In the US segment, the show looks at one of America’s industrial centres of last century – Dayton, Ohio.

The home of the Wright Brothers, Dayton also saw the invention of the cash register, air conditioner and even the self starting motor. In the early part of the Twentieth Century it held the most patents per capita of any US city and workers flocked to the region for high paying manufacturing job.

Manufacturing, and research, is largely gone from Dayton today and the question posed is could the successful cities of California’s Bay Area follow a similar path this Century.

Whether Silicon Valley and San Francisco fade will be a matter of historical forces that are difficult to see right now, but the likelihood can’t be underestimated.

Dec 282015
market stall

Being an entrepeneur has become fashionable in western countries, but according to the Global Entrepeneurship Monitor it’s not the developed nations which are the most enterprising.

UK purchasing platform Approved index took the GEM’s 2014 report and looked at which countries have the most entrepreneurs, defined as being “the percentage of an adult population who own (or co-own) a new business and has paid salaries or wages for at least 3 months.”

Surprisingly Uganda came out on top with 28.1% of the population meeting the GEM’s criteria for being entrepreneurs with Thailand and Brazil in second and third place. Of the developed nations, Australians were the most entrepreneurial at position number 26.

This raises the questions of what is the definition of an entrepreneurs and what drives people to become one?

What drives entrepreneurs?

Part of the answer to the second question is necessity. In Nigeria, a part time business is known as the “5 to 9 job” and, as the BBC reports, those evening enterprises are the way most Nigerians see as being a pathway to the middle classes which wouldn’t be possible for most wage earners.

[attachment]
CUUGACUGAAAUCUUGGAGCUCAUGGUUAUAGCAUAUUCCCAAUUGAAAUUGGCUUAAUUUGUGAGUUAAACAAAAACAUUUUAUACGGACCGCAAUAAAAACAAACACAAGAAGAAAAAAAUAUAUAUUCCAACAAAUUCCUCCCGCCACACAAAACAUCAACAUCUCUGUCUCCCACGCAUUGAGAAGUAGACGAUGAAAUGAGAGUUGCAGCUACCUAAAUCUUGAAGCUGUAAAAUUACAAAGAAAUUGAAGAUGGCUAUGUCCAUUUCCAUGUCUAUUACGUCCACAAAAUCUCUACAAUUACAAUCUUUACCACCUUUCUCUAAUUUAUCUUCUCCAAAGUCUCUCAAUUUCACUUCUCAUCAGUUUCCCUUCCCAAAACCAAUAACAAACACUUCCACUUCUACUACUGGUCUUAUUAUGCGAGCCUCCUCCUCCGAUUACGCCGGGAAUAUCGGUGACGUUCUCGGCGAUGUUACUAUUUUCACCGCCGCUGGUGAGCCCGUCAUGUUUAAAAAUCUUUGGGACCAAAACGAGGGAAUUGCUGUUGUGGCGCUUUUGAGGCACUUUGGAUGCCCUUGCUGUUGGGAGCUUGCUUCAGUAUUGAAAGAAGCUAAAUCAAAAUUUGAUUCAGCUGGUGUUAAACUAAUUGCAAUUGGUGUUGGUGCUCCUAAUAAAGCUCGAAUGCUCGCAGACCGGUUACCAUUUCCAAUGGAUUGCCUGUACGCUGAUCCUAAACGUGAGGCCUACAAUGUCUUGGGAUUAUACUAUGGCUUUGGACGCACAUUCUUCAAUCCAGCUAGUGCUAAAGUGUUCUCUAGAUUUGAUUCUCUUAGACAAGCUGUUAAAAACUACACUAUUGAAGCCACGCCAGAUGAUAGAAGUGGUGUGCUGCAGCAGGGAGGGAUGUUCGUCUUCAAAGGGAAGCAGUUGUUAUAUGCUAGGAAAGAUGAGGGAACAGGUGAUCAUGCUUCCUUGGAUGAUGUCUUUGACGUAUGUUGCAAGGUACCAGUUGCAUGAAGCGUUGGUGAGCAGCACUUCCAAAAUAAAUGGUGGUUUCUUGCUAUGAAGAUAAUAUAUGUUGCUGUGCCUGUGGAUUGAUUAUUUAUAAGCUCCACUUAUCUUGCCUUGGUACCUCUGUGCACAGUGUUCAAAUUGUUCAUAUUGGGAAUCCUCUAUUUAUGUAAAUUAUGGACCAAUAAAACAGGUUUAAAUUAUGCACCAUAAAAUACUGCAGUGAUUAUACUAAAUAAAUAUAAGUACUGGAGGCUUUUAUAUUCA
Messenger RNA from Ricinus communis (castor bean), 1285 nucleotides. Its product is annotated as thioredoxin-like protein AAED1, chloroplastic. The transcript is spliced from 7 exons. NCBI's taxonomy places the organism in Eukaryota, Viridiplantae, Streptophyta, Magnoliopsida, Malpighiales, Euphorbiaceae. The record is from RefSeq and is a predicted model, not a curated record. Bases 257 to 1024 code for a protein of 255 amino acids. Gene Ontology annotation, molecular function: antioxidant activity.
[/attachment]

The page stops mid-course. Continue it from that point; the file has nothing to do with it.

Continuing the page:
That becoming an entrepreneur is often a result of necessity is borne out by Uganda’s profile in the GEM report where the authors note are scathing about the government’s support of business.

The biggest enabler of entrepreneurship in Uganda is its internal market dynamics. The most significant constraints are the unsupportive government policies, in terms of bureaucracy and taxes, and a lack of financing.

Indeed, the GEM itself noted in its 2014 report on global entrepreneurship that “there tends to be more entrepreneurial activity in less competitive economies” and Uganda ranked 122nd of 144 economies in the World Economic Forum’s 2014/15 Global Competitiveness Index.

Comparing the indexes

Looking at the Countries listed in the GEM’s top ten and listing the countries by the World Economic Forums competitiveness index ranking and the World Bank’s ease of doing business index starkly illustrates the correlation between business strangling bureaucracy and people setting up their enterprises outside the regulatory strictures.

GEM rank


WEF rank

World Bank rank 










































Of the top ten countries by their entrepreneur ranking, only Chile and Thailand make the top 50 of either the World Bank’s Ease of Business index or the World Economic Forum’s Global Competitiveness Index. To summarise, the urge to be entrepreneurial is a reaction to a poor business climate.

Defining entrepreneurs

What we could be seeing is a poor definition of an entrepreneur although it’s hard to draw the line between a Ugandan housewife who sets up a market food store and an Australian family that buys a fast food franchise. Is one more entrepreneurial because they have more access to capital?

Perhaps the Silicon Valley definition of an entrepreneur – the founder of a technology startup – is a more appropriate however that excludes vast tracts of western economies and almost all the developing world.

On many levels the Global Entrepreneurship Monitor’s definition is probably the fairest as it indicates how many people are starting their own ventures regardless of their capital position or the nature of their business.

If the GEM’s definition is fair then the leader board indicates that maybe having a nation of entrepreneurs is actually the symptom of a constrained business community rather than that of a vibrant economy.

Maybe political and business leaders need to be careful what they wish for when they call for a more entrepreneurial nation.